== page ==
This summer, I was commissioned to make a wedding present for a delightfully nerdy couple who do a lot of the same things my husband and I do: Play Dungeons & Dragons, throw Magic cards around, go to Renaissance Fairs, Settle Cattan. The people commissioning the present suggested that a D&D / gaming organizer might be fun, and I fell in love with the idea – so deeply in love that I literally spent weeks tromping around the city looking for a vintage piece to alter. Finally, I stumbled upon these two candidates:
Although I didn’t know it at the time, these are both “Union Utility Chests” manufactured in LeRoy, New York in the late 1940s / early 1950s.
After the client picked the one on the left (those drawers are big enough for character sheets and even a monster manual!), I was off and running!
First up, sanding! And cleaning! And more sanding! And clean more-ing!
To protect the metal from future incursions of rust, I primed and painted with rust-inhibiting enamel.
Two coats, in fact.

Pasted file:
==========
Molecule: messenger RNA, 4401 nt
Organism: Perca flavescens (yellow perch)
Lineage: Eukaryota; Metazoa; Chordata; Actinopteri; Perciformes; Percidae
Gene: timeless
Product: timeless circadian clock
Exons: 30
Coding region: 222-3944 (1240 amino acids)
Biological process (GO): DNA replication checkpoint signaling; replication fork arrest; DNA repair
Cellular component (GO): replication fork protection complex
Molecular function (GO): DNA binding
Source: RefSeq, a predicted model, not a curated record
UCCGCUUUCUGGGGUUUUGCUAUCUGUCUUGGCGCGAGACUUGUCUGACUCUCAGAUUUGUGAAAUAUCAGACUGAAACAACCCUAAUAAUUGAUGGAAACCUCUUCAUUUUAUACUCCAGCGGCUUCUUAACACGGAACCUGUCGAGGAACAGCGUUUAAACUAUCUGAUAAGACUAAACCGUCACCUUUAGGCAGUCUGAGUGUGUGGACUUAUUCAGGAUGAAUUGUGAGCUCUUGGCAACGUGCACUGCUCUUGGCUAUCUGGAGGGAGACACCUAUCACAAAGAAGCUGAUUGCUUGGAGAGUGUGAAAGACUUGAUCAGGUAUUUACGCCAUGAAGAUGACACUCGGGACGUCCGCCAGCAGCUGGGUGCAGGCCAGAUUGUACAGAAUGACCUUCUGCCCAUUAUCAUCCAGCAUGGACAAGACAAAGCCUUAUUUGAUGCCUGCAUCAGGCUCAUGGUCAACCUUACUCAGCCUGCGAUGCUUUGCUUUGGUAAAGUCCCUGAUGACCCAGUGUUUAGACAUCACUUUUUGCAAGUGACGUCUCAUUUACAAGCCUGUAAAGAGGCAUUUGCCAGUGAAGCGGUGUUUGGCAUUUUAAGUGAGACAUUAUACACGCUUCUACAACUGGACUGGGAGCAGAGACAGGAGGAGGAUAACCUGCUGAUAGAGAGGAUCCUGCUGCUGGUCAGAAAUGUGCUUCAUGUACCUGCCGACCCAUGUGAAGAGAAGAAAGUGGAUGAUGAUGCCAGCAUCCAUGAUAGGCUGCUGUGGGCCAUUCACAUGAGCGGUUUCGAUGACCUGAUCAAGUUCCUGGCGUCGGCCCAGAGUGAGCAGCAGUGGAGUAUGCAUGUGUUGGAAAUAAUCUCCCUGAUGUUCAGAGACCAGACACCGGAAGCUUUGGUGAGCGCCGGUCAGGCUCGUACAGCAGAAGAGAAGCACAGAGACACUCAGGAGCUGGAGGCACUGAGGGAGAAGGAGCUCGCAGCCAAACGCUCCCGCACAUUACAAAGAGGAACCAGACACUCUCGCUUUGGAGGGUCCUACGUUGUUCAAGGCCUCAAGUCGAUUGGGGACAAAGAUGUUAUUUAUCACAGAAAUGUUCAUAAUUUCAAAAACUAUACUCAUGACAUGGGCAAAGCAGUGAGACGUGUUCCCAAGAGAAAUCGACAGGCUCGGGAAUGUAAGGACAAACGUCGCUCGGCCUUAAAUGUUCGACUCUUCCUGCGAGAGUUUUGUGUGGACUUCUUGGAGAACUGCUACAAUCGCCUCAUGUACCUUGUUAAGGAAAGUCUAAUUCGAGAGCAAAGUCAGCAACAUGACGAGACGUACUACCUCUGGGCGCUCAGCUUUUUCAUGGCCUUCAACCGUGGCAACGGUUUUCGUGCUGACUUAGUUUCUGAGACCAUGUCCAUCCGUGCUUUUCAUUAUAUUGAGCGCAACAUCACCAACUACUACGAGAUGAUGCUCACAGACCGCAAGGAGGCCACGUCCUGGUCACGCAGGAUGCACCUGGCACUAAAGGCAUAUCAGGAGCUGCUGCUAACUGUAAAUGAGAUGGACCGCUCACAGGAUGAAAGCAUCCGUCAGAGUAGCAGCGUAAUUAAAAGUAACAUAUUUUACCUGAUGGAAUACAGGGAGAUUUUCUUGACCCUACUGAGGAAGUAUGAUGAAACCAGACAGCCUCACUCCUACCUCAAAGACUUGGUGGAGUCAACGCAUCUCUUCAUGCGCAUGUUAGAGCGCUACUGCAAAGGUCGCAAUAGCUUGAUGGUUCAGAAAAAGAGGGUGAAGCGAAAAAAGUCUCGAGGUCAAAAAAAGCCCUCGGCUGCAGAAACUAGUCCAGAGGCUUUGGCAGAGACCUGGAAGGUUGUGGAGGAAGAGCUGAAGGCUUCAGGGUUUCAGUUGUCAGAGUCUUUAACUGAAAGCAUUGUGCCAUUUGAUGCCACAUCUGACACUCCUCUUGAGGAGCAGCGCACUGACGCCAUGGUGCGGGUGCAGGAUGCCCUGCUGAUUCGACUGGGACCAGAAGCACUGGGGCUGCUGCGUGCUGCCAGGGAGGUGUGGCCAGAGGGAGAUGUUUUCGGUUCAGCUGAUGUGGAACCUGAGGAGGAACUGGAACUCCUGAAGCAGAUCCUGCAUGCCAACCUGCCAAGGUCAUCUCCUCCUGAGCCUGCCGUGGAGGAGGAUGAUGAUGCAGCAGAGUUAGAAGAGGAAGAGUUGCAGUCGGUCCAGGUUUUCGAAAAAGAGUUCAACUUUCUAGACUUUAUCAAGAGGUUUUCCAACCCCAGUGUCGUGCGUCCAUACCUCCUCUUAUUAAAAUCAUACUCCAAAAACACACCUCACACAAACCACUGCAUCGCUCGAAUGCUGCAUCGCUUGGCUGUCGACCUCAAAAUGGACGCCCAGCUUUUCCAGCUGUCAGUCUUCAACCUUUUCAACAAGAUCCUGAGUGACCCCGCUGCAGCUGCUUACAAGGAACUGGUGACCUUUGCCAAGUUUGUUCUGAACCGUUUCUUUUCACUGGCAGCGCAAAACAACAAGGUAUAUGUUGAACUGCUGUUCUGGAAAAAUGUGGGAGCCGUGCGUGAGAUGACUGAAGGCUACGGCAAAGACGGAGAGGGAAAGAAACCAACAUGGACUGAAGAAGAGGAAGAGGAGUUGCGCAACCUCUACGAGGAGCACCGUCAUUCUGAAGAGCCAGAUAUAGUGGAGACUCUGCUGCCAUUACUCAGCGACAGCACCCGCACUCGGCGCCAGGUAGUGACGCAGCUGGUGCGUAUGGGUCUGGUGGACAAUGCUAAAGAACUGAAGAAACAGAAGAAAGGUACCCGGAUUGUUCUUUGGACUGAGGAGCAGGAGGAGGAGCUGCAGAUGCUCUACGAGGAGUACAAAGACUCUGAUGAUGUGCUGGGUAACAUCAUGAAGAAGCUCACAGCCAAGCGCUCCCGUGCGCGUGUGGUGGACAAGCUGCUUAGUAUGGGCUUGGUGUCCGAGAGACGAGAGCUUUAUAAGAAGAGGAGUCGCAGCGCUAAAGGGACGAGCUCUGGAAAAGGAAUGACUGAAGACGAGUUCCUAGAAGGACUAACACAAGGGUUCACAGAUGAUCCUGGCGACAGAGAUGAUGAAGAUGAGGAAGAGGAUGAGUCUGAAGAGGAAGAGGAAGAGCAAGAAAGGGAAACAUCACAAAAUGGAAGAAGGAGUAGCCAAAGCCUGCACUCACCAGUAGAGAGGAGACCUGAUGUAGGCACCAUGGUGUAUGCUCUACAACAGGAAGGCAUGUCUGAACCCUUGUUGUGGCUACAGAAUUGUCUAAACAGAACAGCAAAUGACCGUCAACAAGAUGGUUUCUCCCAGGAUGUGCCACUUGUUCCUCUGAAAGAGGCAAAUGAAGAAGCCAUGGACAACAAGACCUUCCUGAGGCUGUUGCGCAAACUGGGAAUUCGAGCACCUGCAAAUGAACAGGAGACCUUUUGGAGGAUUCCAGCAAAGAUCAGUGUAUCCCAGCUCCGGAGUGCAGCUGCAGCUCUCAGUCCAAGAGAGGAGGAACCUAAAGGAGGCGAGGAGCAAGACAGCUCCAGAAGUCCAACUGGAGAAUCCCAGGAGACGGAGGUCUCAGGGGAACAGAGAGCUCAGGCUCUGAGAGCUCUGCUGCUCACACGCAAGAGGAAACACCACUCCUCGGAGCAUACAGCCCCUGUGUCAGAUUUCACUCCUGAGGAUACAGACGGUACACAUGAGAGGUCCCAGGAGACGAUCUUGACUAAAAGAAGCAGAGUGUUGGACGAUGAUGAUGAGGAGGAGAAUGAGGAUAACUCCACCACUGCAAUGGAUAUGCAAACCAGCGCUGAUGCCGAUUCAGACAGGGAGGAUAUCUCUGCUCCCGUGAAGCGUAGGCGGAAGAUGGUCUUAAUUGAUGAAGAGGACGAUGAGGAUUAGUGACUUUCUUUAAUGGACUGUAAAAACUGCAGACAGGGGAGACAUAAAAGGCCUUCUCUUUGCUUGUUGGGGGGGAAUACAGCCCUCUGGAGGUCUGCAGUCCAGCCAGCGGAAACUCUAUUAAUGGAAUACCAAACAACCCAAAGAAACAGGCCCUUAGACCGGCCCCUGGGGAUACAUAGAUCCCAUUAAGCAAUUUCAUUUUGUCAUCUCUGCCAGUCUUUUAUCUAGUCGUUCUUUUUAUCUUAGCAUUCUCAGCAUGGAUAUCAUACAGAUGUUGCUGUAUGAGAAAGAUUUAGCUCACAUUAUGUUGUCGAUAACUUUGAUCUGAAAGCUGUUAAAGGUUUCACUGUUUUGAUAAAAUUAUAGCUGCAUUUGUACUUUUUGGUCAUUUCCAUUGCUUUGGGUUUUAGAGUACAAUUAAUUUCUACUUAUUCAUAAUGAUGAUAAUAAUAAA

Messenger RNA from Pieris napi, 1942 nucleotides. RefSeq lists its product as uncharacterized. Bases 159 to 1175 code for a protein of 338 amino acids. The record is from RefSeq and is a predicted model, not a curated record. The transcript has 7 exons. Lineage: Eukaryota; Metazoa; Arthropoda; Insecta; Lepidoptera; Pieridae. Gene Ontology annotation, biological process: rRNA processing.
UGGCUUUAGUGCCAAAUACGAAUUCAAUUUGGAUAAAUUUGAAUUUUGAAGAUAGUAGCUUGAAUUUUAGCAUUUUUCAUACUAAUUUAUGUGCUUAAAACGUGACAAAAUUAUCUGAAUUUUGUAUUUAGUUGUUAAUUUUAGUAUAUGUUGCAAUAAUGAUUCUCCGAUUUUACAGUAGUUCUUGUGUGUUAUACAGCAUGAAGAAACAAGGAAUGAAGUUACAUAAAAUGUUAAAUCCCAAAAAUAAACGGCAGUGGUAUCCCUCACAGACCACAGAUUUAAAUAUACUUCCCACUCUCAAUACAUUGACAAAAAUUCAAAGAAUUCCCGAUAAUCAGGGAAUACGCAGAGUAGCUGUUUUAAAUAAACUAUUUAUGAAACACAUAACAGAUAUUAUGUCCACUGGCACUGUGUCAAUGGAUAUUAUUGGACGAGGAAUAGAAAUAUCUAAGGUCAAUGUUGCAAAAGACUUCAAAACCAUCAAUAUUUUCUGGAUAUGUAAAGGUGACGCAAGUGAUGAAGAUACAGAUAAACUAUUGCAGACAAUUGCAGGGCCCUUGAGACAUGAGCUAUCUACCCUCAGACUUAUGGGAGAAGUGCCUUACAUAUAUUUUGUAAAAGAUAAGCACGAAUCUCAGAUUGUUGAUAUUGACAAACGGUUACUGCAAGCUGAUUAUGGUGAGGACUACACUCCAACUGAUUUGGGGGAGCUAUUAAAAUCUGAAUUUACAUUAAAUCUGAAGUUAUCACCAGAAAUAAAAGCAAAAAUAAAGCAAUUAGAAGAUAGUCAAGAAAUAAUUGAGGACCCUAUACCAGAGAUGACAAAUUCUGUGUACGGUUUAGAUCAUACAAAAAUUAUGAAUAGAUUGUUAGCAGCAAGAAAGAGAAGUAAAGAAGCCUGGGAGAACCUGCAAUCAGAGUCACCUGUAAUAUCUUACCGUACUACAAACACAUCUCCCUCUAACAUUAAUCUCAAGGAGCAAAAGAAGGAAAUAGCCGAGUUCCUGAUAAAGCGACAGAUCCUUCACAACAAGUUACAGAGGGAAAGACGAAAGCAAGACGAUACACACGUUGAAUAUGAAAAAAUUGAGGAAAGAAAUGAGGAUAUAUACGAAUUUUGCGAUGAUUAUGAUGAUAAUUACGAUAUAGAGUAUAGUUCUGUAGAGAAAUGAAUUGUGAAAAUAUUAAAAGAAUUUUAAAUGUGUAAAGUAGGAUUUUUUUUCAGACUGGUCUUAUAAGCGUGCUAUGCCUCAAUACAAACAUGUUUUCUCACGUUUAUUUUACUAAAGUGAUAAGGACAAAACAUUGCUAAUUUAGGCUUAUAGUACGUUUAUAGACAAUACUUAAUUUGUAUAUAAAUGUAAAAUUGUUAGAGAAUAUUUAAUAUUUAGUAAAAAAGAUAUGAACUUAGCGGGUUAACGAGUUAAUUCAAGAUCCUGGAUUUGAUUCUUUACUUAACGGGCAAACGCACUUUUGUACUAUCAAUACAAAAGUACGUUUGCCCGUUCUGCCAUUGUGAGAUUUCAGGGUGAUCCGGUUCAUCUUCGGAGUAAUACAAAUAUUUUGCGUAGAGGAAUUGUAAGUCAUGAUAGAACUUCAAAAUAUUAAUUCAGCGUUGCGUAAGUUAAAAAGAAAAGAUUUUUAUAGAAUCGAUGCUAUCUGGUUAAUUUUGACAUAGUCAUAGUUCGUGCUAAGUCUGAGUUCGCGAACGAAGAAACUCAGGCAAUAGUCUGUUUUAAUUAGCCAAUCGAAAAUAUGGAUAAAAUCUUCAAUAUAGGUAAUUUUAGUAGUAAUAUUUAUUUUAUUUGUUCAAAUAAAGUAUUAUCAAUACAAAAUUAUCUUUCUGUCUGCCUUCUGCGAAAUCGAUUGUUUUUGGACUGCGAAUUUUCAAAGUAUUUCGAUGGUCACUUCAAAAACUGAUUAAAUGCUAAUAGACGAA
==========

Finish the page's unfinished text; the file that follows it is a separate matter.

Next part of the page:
Then came the hard part. You can’t accomplish anything on top of enamel. It’s like trying to do ballet on a layer of banana peels delicately covering the ice. To restore safe conditions for arting, I had to gesso and paint over the enamel. That was a rough day, because it felt like two steps backward, five steps back.
But then stripes!
I love stripes!
In between coats on the cabinet, I was also painting mats to go inside the drawers and protect the enamel. Here’s my homage to a game called Agricola.
And the D&D GM manual
And my beloved Magic
Meanwhile, the top two drawers obviously needed some dividers to hold dice, figures, etc.
And the top needed a quote from Shakespeare about gaming, or – fine – a quote about hunting that can be (mis)construed for my purpose: “This way, my Lord, for this way lies the game.”
The top, distressed and done
With mats and dividers